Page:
Anne Atha a member of Pi Beta Phi sorority, graduated in 2009 with a Bachelor of Science in Human Biology, she is now in her third year of dentistry school at UMKC. She will graduate with a D.D.S in 2013.
Courtney Brax also a member of Pi Beta Phi sorority graduated in 2009 with a Bachelor of Science in Business Management. She is currently in her final year at the KU School of Law and will graduate in 2012 with certificates in Business, Commercial and Tax Law.
Mallory 'Hammersmith' Hannah is a member of Chi Omega sorority and graduated in 2008 with a Bachelor of Science in Journalism with an emphasis in strategic communications. She is now an Account Manager at Diamond Merckens Hogan Advertising Agency in Kansas City.
Jessica Roberts is a member of Delta Delta Delta sorority and graduated in 2003 with a Bachelor of Science in Business Administration. She currently works as the Associate Director of Annual Giving, specifically Mail Campaigns for KU Endowment.
Undergraduate women posed questions and panhel members offered advice. Here are a few pieces of advice from panel members:
- Don't be afraid to put yourself out there. Sometimes you have to cold call in order to gain connections. Most people are happy to help younger professionals. The worst they can say is no. So go for it.
- You can NEVER be too persistent. Get creative when trying to contact and network. Drop by the office and see if someone is free to chat or grab coffee. Did you recently go on vacation? Send your connections a postcard. People will be impressed with your dedication.
- Talk up your Greek involvement. What you do in the Greek community is impressive, so don't be afraid to showcase what you've done and what you've learned. Many people are curious about Greek life, so explain it to them! Just remember to avoid using jargon only Greeks would know.
- If you are interested in post-graduate experiences like Peace Corps, Teach for America etc. Go for it! Employers and graduate schools look very favorably upon these experiences. They show you are a dedicated and driven person, that you can fully commit yourself to a cause for an extended period of time.
- Resumes should be one page! If your experiences run longer than a page ask someone to help you pare down the information. You often get attached to the things on your resume and it is harder to let go of certain experiences. Ask someone else to decide what is the most impressive and work from there. You may also be able to combine and condense lines of your resume. For example, put all your volunteer experiences on one line. If you do not have enough experience to fill a page, expand on your existing experiences. Discuss what you did and what you learned from each opportunity. How are those skills transferable to the job you are applying for?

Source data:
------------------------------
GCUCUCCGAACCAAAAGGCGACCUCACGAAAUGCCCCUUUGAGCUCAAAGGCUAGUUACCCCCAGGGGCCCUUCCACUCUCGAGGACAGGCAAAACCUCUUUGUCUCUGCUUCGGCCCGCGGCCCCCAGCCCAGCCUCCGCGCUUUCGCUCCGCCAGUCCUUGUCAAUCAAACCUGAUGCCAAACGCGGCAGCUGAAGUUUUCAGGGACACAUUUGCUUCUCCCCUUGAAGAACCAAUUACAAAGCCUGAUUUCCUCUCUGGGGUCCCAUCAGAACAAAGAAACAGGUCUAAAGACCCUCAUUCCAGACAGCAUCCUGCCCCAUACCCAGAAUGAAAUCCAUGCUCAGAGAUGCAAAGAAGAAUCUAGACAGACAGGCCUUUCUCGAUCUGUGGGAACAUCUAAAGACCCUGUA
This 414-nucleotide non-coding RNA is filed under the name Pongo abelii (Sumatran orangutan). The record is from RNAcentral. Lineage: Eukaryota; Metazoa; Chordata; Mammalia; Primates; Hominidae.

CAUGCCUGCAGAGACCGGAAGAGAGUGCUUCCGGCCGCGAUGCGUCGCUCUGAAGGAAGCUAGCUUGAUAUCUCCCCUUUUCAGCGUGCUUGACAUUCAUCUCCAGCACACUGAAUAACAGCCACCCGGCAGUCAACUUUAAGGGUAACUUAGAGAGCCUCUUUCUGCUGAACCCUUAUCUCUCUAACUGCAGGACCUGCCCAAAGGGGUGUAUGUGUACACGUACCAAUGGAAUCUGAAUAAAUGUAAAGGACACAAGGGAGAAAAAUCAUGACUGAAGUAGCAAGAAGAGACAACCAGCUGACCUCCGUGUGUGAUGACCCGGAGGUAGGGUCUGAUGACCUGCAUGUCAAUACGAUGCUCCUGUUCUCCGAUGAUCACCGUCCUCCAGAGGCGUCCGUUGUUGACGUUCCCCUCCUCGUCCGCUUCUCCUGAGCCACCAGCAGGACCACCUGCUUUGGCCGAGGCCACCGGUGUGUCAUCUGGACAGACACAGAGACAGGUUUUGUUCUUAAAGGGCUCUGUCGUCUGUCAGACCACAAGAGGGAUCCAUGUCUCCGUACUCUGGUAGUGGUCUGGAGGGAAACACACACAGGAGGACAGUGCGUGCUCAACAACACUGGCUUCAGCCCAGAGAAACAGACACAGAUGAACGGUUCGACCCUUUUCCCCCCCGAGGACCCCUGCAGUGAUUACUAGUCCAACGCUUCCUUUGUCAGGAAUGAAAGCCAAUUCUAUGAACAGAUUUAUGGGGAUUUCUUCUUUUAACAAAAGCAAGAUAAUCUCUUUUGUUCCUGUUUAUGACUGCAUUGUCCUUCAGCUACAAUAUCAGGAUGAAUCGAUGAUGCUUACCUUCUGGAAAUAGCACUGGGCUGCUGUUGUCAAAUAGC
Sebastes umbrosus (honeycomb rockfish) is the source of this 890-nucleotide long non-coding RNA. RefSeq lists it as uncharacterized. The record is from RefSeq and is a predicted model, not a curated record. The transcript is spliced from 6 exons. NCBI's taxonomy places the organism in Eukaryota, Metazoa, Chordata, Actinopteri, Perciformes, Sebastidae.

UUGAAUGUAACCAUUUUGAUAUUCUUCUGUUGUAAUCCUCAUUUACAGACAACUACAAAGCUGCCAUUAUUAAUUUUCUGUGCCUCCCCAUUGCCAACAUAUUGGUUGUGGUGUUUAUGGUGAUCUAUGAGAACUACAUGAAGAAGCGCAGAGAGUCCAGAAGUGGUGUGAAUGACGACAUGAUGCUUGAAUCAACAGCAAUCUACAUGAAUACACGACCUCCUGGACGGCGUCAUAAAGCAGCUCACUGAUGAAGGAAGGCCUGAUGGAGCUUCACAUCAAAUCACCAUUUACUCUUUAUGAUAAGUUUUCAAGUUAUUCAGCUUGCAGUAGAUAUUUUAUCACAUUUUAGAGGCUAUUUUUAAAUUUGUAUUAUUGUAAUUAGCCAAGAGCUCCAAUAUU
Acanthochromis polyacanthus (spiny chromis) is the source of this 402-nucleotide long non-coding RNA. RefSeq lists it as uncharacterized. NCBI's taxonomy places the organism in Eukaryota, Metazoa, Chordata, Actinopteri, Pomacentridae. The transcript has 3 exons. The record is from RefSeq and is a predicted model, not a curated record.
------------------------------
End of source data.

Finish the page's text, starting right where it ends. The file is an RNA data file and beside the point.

- Customize. Customize. Customize. Research the company you are applying to and tweak your resume, cover letter, writing samples and interview answers to fit that specific company. Highlight the experiences that best relate to the job you want.
- You are also interviewing the company, they aren't just interviewing you. Yes, you want a job, but don't settle for just any job. Ask questions during the interview. Is this company really going to be a good fit? Can you see yourself working there? Will you be happy spending 40 hours a week with these people?
- Learn what you want in a job from your internships. Don't be discouraged if your internship didn't turn out to be exactly what you hoped for. Now you know what you like and what you don't. This is great information to have during a job search.
Did you attend this great event? Leave a comment letting us know what piece of advice was most helpful for you!